In December, I wrote about Vodafone Group (LSE: VOD) and suggested the stock as a high yield income buy. I still think this telecoms giant is a good buy for dividend income, with a yield of about 5.3%.
However, if you’re looking for a business with the potential to deliver growth and income, I’m not sure the FTSE 100 heavyweight is the right choice.
Today I want to explain why I think growth investors should avoid Vodafone and consider a smaller rival from the FTSE 250.
Less is more
Sometimes less is more. Companies can become too big and unwieldy to operate efficiently. Arguably, this is what’s happened to telecoms giant Vodafone Group (LSE: VOD) over the years. Along the way, the group has also become quite heavily indebted.
Chief executive Nick Read is working hard to fix these problems. He’s focusing the group on its core businesses in Europe and certain regions of Africa, and selling non-core assets such as Vodafone New Zealand. Over the next few years, Mr Read also plans to float the group’s mobile tower business. This should raise much-needed cash for debt reduction.
There’s just one problem
All of this looks sensible to me. But a deal announced this week highlighted one of the risks with this approach. Vodafone has agreed to sell its 55% stake in Vodafone Egypt to the Saudi Telecom Company. Geographically, it’s a good fit. The $2.4bn price tag looks fair, too, pricing the business at seven times adjusted cash profits.
The problem is that Egypt was one of the group’s fastest-growing markets last year, with revenue growth of 14.7%. In contrast, revenue fell by 2.4% in the group’s core Western Europe markets.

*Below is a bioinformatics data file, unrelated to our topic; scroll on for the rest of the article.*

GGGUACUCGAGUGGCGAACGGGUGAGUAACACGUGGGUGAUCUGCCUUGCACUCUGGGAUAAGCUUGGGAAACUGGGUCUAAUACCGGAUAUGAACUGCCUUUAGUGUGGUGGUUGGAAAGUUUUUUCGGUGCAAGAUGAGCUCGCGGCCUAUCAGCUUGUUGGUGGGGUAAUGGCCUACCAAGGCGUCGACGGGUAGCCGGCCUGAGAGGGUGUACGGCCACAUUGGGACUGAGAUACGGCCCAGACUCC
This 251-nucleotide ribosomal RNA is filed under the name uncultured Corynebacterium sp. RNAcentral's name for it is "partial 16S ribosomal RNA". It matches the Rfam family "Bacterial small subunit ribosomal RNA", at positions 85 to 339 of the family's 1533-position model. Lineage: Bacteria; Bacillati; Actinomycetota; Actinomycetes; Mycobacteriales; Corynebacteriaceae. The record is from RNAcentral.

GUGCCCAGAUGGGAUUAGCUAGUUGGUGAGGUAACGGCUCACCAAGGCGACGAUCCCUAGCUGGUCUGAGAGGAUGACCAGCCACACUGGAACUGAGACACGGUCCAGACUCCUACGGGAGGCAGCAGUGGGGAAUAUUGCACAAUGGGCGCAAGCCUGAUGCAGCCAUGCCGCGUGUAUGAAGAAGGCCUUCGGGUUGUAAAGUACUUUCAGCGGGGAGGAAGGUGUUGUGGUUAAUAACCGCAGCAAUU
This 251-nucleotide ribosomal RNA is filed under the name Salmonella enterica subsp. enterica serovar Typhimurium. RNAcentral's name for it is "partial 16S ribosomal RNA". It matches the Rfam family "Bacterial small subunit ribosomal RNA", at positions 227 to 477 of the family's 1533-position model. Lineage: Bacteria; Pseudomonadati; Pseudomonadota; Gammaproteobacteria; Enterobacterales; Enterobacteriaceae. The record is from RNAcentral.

Recent trading suggests these European markets are returning to growth. But competition is intense and there’s no shortage of network capacity. I can’t see Vodafone’s European business growing quickly anytime soon.
For this reason, I think Vodafone is best viewed as a mature dividend stock. If you’re looking for growth in the telecoms sector, I’d consider my next pick instead.
Do one thing well
FTSE 250 firm TalkTalk Telecom Group (LSE: TALK) has a much simpler and more focused business model. Its aim is to become the leading provider of good value broadband services in the UK.
TalkTalk was spun out of the Carphone Warehouse business founded by Sir Charles Dunstone. In 2017 Dunstone took charge of TalkTalk as executive chair and has since built up a shareholding of nearly 30%.
It’s taken a while for the group’s performance to improve and debt levels remain high. But results are slowly starting to arrive. Headline cash profits rose by 14% to £115m during the first half of last year.
In an update today, TalkTalk said that average revenue per user had returned to growth, rising by 0.6% to £24.43 per month during the final three months of 2019.
Looking ahead, TalkTalk shares appear to be fully priced, on about 20 times 202o–21 forecast earnings. The dividend yield is low too, at just 2.2%. However, I think we could soon start to see the benefits of the firm’s focused, low-cost strategy. I believe results could improve significantly over the coming years and view this stock as a potential growth play.
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Roland Head has no position in any of the shares mentioned. The Motley Fool UK has no position in any of the shares mentioned. Views expressed on the companies mentioned in this article are those of the writer and therefore may differ from the official recommendations we make in our subscription services such as Share Advisor, Hidden Winners and Pro. Here at The Motley Fool we believe that considering a diverse range of insights makes us better investors.